Adam Russell | AgriLife Today |
October and November were two of the driest Octobers and Novembers on record, and much of the state appears to be facing a continued dry spell through winter, according to the state climatologist.
Dr. John Nielsen-Gammon, College Station, said conditions were excessively dry throughout the typically wet fall months, and dry conditions are expected to continue through the next several weeks at least.
The lack of rain is causing concerns about fire danger, poorly developed winter pastures, including wheat, and dropping surface water levels for livestock, according to reports from Texas A&M AgriLife Extension Service agents in areas that have missed rain events.
“When you get a dry spell it takes a while for soils to dry out, but they do get there,” he said. “Take the areas affected by Hurricane Harvey, you saw extreme flooding in some areas and not much since then.”
Nielsen-Gammon said October-November 2017 was the 12th-driest since the state started keeping records in 1895. September and October are typically wetter months for Texas, he said, but rain hasn’t materialized.
No single county in Texas has received at least 4 inches of rain anywhere within its borders since the beginning of October, he said. Drier areas of the state, including North Central, West and South Texas, have received less than 2 inches over that period. Areas from the Winter Garden to Big Bend and from Lubbock to the Red River have received less than half an inch over those 60 days.
Warmer, sunny days, winds and lack of rain are drawing a growing portion of the state into drought conditions, he said. The drought monitor shows 35 percent of the state is in drought, up from just 2.5 percent a month ago, he said.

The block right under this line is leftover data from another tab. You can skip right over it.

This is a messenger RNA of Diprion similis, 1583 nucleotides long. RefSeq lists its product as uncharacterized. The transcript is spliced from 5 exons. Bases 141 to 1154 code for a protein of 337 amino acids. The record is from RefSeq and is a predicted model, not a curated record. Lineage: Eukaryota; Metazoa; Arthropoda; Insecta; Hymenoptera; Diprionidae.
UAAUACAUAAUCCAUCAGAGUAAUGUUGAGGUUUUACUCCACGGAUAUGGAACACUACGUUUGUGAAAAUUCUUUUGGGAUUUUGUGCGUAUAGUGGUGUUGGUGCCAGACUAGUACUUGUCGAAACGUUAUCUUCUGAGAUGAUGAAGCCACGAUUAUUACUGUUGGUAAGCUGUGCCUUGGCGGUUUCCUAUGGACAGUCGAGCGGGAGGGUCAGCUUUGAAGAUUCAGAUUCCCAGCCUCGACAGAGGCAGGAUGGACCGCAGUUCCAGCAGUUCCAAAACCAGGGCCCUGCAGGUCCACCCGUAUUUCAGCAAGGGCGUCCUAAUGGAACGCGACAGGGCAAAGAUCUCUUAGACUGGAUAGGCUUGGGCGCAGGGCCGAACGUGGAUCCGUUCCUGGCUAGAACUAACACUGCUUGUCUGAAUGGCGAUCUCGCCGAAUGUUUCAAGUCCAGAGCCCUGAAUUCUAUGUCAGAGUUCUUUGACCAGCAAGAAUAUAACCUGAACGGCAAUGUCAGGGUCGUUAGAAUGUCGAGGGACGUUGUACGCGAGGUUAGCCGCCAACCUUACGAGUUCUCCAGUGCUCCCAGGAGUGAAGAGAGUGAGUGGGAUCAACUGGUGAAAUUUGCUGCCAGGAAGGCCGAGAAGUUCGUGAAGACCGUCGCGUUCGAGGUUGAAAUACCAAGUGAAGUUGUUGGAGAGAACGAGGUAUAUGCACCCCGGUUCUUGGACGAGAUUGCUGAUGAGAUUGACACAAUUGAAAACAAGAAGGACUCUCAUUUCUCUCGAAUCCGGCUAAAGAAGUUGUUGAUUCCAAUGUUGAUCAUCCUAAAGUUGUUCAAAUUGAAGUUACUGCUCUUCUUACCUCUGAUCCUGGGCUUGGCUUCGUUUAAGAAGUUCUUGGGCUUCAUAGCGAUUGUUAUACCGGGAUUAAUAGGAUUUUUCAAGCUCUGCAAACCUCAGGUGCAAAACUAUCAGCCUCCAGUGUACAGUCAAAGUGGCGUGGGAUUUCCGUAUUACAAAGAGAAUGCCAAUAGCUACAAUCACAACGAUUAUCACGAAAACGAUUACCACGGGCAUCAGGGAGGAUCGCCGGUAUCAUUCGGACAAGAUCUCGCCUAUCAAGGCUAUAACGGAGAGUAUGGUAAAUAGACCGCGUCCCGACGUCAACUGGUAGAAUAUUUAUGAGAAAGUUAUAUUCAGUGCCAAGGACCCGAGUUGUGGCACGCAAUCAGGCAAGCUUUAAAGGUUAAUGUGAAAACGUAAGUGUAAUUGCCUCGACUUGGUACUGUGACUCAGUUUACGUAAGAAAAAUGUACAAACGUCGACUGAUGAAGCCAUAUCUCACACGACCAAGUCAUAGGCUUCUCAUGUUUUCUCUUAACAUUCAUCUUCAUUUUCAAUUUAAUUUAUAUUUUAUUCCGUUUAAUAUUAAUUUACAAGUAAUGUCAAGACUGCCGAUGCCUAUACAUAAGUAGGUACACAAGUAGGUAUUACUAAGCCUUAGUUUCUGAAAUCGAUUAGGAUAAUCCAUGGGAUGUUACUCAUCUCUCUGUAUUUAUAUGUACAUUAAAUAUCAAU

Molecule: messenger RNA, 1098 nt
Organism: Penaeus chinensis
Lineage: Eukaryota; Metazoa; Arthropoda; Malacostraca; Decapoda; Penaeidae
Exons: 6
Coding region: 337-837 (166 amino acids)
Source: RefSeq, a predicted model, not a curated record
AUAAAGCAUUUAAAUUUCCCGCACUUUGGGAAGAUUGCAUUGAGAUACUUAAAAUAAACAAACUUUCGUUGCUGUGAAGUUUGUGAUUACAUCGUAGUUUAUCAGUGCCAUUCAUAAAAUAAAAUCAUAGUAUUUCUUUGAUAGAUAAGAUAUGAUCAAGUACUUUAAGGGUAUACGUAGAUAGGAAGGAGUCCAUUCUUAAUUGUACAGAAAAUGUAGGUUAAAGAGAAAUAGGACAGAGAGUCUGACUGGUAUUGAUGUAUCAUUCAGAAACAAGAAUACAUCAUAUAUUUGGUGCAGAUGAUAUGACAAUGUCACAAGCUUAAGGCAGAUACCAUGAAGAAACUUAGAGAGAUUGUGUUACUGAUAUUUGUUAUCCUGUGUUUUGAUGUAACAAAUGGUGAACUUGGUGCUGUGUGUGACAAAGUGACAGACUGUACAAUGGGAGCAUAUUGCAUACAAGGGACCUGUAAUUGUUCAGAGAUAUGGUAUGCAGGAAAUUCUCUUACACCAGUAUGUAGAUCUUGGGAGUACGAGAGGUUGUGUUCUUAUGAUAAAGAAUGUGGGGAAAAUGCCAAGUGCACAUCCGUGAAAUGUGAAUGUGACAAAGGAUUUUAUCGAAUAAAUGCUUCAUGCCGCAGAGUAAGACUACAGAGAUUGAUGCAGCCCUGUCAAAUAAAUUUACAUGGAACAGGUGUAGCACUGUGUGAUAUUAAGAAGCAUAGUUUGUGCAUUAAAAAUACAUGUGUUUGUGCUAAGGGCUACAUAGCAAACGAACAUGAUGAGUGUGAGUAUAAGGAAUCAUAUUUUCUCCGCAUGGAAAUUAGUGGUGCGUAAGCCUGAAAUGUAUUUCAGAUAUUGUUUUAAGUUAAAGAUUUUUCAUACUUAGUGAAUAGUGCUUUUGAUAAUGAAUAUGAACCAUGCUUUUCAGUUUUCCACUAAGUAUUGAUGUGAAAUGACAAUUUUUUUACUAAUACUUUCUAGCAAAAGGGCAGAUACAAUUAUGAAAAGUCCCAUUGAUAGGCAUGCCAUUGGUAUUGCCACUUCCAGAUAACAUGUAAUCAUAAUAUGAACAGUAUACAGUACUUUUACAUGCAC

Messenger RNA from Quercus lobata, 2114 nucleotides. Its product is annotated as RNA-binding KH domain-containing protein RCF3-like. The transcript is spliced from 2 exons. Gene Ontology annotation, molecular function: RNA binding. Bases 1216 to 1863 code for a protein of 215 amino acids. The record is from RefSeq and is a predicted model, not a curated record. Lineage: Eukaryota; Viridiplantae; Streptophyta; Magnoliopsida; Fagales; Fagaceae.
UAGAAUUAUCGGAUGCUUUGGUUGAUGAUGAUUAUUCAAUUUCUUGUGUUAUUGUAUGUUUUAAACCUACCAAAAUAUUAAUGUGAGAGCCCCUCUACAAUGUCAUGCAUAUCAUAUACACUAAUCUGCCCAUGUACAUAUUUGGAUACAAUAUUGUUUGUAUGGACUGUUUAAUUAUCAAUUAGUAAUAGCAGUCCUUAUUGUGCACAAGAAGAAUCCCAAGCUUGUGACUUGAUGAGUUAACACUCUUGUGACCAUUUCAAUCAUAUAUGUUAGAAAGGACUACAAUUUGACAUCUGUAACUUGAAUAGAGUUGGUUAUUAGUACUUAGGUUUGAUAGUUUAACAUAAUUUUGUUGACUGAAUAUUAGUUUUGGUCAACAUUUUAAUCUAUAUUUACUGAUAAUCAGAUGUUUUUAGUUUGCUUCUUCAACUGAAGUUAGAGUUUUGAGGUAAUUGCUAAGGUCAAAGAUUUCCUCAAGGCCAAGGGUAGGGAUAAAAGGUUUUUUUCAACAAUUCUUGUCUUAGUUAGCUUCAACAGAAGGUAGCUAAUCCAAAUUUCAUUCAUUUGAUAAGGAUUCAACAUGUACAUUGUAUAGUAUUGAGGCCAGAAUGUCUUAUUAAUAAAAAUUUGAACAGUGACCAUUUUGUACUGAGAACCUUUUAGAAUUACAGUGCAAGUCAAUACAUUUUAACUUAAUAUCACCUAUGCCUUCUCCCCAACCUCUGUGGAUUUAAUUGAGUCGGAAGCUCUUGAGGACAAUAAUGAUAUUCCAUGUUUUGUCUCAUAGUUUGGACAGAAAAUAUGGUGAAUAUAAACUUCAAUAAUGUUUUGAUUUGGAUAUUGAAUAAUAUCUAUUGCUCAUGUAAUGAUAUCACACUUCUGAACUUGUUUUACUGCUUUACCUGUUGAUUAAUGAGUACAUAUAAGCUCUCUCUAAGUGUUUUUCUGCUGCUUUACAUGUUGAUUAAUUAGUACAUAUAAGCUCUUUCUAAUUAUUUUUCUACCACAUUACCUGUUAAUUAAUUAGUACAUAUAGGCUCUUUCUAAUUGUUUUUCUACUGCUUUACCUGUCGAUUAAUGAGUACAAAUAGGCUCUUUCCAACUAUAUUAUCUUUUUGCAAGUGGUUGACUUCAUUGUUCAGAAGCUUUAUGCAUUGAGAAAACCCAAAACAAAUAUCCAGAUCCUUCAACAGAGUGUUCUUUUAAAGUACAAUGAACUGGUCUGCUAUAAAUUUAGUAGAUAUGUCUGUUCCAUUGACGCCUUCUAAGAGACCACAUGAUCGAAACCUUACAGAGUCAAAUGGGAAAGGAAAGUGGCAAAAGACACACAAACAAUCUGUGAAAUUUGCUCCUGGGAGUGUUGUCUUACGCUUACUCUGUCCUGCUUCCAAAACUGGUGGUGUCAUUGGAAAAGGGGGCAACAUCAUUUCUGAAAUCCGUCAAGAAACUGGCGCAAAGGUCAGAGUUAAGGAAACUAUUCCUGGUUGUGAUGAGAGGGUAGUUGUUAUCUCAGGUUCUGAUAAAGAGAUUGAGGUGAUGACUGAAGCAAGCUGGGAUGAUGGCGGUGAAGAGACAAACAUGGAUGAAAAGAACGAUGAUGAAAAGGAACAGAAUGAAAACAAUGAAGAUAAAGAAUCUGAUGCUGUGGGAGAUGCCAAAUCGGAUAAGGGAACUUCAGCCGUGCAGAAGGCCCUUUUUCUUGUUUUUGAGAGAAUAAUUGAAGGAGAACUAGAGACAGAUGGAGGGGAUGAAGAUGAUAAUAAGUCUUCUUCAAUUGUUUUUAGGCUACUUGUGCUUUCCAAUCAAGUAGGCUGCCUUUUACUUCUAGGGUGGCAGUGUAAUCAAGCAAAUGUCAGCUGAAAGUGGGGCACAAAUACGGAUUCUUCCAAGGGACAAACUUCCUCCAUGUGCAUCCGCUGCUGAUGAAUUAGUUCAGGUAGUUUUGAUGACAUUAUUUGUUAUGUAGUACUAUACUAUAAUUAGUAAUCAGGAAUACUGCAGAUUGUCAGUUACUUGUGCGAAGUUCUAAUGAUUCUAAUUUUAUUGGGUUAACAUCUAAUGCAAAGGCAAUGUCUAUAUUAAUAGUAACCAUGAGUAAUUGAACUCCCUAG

“October is usually one of the wettest months and oftentimes is extremely wet, but it’s been fairly dry and the forecast going forward into winter doesn’t look promising,” he said. “Overall for the next couple of weeks, it looks like most of the state will average less than half an inch of rainfall.”
The lack of intense or significant rain events that would produce runoff once it does rain could also be a concern for ranchers who rely on surface tanks for livestock water as winter progresses, he said. Runoff is contingent on soil moisture levels and rain intensity, but it typically takes 1-2 inches of rain to saturate the ground enough to create runoff or produce a flash amount that could replenish watering holes.
Nielsen-Gammon said it was too early to draw any comparisons to the state’s last significant dry spell when a dry fall and winter in 2010 stretched into spring and summer 2011. But La Niña conditions in the Pacific Ocean, which translates into warmer, drier air for much of the state, are expected through winter.
“Its effect will vary by region and local conditions when it comes to forage, crops and surface water, but it’s been hard so far, particularly on winter wheat in Northeast Texas because they are well below normal for rainfall,” he said. “Fields are having difficulty emerging and getting established.”